IAS Gyan

Daily News Analysis


2nd February, 2023 Environment

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Context:  Red-headed vulture seen at Delhi’s Bhatti mines, first since 2017. The bird was spotted during an ongoing winter raptor survey, which is carried out by the Bombay Natural History Society each year at the Asola Bhatti Wildlife Sanctuary


  • The red-headed vulture (Sarcogyps calvus) belongs to the family Accipitridae.
  • These red-headed vulture species are distributed in Southeast Asia and Indian Subcontinent.

Taxonomy of Red-headed vulture:

  • Scientific Name: Sarcogyps calvus
  • Common Name: Red-headed vulture
  • Other names: Vultur calvus Scopoli, 1786; Asian king vulture; Indian black vulture; Pondicherry vulture;
  • Family: Accipitridae › Accipitriformes › Aves › Chordata › Animalia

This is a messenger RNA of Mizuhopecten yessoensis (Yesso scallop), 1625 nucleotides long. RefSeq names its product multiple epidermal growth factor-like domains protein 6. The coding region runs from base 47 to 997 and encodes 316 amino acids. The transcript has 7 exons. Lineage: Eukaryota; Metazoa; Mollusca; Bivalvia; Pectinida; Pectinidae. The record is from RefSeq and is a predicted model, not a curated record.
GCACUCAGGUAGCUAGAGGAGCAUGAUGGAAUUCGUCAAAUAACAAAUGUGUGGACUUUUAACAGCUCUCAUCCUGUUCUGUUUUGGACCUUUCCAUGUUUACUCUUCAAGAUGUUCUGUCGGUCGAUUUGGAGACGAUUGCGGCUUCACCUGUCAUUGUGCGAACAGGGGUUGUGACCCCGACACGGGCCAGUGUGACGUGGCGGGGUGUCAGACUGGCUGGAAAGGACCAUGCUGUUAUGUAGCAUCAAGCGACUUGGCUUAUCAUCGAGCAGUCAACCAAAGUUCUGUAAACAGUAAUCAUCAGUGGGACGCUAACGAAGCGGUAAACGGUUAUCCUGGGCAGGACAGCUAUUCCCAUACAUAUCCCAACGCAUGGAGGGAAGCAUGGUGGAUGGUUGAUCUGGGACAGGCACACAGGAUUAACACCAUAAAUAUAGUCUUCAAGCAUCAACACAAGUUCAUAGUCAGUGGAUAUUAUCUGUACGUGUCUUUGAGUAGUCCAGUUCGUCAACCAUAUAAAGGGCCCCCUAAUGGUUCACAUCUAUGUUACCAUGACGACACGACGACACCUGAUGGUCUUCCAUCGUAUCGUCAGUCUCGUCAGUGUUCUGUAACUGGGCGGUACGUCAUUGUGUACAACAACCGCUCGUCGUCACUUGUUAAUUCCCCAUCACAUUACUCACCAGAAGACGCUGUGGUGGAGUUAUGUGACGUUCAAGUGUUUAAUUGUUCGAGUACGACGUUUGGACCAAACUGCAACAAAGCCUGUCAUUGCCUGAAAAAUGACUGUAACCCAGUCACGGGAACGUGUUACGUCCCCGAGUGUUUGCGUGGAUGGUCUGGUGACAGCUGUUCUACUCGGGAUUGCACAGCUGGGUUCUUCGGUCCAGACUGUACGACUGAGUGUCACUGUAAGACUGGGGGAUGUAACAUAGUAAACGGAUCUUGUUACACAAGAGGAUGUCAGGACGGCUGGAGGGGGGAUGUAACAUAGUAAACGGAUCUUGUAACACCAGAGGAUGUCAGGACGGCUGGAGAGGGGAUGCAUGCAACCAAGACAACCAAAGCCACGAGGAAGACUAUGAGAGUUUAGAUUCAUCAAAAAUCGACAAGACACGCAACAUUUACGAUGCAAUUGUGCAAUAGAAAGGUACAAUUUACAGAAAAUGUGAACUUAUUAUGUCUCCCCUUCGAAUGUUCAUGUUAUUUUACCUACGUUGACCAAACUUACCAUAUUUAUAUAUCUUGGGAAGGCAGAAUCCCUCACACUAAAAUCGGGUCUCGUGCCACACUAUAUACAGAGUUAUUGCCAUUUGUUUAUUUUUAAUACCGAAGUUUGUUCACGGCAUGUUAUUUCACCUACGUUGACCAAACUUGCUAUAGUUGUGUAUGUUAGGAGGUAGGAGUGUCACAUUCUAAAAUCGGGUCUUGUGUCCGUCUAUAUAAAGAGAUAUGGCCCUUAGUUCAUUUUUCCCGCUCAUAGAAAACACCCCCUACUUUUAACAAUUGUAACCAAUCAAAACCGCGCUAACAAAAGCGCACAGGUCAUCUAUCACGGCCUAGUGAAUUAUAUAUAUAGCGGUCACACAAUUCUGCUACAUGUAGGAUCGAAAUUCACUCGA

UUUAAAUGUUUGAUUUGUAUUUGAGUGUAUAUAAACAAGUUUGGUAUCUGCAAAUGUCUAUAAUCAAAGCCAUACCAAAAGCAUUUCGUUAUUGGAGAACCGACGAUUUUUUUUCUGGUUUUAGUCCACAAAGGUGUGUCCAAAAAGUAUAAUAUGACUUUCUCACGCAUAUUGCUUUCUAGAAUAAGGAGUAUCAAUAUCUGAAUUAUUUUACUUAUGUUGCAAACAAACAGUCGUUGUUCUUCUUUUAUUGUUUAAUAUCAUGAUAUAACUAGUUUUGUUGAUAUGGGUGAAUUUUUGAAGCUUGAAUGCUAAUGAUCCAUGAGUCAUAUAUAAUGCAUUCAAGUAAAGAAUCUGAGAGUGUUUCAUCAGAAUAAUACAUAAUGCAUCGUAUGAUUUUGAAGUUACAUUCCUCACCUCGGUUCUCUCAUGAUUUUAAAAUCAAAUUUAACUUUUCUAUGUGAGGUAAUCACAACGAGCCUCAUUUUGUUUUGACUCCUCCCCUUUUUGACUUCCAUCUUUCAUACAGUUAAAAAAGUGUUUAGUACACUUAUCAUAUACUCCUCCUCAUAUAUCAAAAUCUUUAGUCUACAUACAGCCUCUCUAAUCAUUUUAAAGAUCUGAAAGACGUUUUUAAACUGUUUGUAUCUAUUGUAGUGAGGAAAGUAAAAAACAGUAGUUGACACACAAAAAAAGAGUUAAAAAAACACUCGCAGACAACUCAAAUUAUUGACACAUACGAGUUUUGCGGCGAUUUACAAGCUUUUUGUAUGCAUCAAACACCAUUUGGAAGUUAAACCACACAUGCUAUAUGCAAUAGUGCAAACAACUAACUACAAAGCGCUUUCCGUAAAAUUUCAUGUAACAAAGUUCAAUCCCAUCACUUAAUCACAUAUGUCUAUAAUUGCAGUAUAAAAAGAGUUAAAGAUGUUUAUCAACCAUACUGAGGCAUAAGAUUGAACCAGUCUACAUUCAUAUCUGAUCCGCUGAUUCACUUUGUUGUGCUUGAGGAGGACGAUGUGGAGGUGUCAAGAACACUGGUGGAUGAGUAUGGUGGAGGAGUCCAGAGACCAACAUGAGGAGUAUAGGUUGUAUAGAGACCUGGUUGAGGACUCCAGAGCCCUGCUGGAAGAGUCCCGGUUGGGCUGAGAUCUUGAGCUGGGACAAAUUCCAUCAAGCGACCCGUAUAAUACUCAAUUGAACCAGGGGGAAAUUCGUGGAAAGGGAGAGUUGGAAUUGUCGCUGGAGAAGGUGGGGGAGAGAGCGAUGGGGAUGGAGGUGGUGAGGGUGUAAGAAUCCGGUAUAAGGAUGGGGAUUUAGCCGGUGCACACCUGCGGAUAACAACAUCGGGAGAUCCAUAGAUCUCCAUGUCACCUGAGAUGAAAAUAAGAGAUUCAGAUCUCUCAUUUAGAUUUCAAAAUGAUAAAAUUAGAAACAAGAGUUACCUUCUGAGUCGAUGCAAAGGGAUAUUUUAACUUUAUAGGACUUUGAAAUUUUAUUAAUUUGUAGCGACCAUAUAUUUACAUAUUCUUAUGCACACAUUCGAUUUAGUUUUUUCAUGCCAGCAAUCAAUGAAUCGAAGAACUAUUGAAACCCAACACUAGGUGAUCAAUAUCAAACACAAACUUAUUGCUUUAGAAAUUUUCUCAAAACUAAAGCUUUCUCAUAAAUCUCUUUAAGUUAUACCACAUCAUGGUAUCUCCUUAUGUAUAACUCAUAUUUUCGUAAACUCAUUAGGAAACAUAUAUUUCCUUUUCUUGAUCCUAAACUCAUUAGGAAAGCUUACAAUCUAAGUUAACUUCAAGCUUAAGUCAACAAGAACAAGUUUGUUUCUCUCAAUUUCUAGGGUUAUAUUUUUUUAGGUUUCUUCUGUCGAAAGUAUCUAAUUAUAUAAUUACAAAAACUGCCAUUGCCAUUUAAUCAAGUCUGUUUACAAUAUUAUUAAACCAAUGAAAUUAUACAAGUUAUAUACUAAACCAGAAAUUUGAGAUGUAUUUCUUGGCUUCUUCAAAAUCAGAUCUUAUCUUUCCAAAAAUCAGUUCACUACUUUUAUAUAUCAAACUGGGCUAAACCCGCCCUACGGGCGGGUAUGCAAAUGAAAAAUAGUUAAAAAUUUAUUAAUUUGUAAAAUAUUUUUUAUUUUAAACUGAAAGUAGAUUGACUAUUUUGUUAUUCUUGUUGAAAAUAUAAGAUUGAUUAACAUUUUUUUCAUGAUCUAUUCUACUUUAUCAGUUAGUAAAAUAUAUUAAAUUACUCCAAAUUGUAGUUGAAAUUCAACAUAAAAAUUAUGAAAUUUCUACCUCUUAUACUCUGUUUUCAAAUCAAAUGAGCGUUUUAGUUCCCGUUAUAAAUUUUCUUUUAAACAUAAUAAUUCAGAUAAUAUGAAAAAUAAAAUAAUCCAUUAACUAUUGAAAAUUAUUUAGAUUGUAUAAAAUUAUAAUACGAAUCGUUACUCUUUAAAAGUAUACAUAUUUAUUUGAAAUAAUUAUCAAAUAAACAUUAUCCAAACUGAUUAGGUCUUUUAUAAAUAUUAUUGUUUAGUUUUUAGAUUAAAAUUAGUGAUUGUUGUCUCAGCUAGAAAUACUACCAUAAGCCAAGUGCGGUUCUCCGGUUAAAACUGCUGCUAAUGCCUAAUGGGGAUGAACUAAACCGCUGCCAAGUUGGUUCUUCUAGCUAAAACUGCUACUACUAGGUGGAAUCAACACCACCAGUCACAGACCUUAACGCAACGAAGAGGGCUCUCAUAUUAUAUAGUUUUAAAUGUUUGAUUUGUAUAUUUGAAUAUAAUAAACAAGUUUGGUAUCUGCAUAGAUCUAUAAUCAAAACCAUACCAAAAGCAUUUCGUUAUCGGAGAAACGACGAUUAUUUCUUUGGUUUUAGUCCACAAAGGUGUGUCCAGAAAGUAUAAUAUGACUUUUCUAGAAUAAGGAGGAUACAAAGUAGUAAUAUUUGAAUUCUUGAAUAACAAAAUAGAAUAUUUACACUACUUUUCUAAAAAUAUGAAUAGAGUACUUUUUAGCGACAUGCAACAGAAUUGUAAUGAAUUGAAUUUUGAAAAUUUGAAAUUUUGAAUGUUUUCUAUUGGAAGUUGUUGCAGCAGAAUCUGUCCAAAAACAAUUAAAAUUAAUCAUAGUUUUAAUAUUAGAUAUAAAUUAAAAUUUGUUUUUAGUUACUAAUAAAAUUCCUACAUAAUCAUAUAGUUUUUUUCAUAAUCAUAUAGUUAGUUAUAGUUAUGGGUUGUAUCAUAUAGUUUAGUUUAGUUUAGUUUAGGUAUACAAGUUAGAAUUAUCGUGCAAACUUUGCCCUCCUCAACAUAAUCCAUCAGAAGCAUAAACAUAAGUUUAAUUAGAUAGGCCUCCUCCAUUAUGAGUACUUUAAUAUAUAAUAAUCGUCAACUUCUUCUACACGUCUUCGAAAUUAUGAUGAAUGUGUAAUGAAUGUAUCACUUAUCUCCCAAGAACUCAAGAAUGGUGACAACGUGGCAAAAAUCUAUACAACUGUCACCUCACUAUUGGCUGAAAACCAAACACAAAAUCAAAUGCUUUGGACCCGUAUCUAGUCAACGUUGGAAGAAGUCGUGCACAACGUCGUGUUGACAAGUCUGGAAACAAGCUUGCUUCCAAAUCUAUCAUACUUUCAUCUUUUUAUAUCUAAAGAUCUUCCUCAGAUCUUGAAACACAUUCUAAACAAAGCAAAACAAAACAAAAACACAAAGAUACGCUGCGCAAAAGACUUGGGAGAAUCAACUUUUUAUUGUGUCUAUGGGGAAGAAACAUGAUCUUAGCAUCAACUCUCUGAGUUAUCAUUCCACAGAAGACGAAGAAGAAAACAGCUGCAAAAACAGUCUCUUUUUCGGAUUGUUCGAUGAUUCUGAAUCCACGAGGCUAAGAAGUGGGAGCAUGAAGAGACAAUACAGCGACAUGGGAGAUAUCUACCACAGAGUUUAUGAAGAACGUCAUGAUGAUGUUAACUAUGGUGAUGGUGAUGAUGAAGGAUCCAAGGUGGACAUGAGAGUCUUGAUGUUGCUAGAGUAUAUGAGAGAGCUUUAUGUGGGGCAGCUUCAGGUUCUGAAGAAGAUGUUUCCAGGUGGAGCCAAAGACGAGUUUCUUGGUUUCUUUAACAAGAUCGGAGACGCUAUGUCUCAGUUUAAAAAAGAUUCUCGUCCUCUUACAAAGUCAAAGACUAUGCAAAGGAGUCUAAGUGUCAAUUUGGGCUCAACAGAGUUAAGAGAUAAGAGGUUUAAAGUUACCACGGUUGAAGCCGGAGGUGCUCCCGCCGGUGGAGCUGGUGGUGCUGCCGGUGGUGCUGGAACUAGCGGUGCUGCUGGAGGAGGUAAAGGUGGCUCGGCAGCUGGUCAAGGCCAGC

• Sarcogyps calvus was earlier included in genus Vultur.


  • The red-headed vulture is a large bird, measuring 75 to 85 cm in length and weighing 3,500 to 5,500 grams. The wingspan is 200 to 230 cm.
  • It is mainly black except for bare reddish head, neck and legs. It has a pale grey band at the base of the flight feathers. The male bird has a paler, whitish iris, while the female has dark brown iris.


The red-headed vulture prefers open country usually away from human habitation, well-wooded hills and dry deciduous forest with rivers.


These red headed vulture species are distributed in India, Nepal, Bangladesh and Bhutan in Indian Subcontinent. Small populations are present in Myanmar, Laos and Cambodia. It was previously present in South China, Thailand, Vietnam, Malaysia and Singapore.

Status and conservation:

  • The red-headed vulture global population is estimated to number 3,500 to 15,000 individual birds.
  • The Indian vulture population declined by 90% mainly due to toxicity from diclofenac present in carcasses of cattle. The drastic reduction in the wild ungulate population, reduced availability of feed and increased human activity in the habitat are the threats for their survival.
  • The IUCN (International Union for Conservation of Nature) has categorized and evaluated these bird species and has listed them as "Critically Endangered".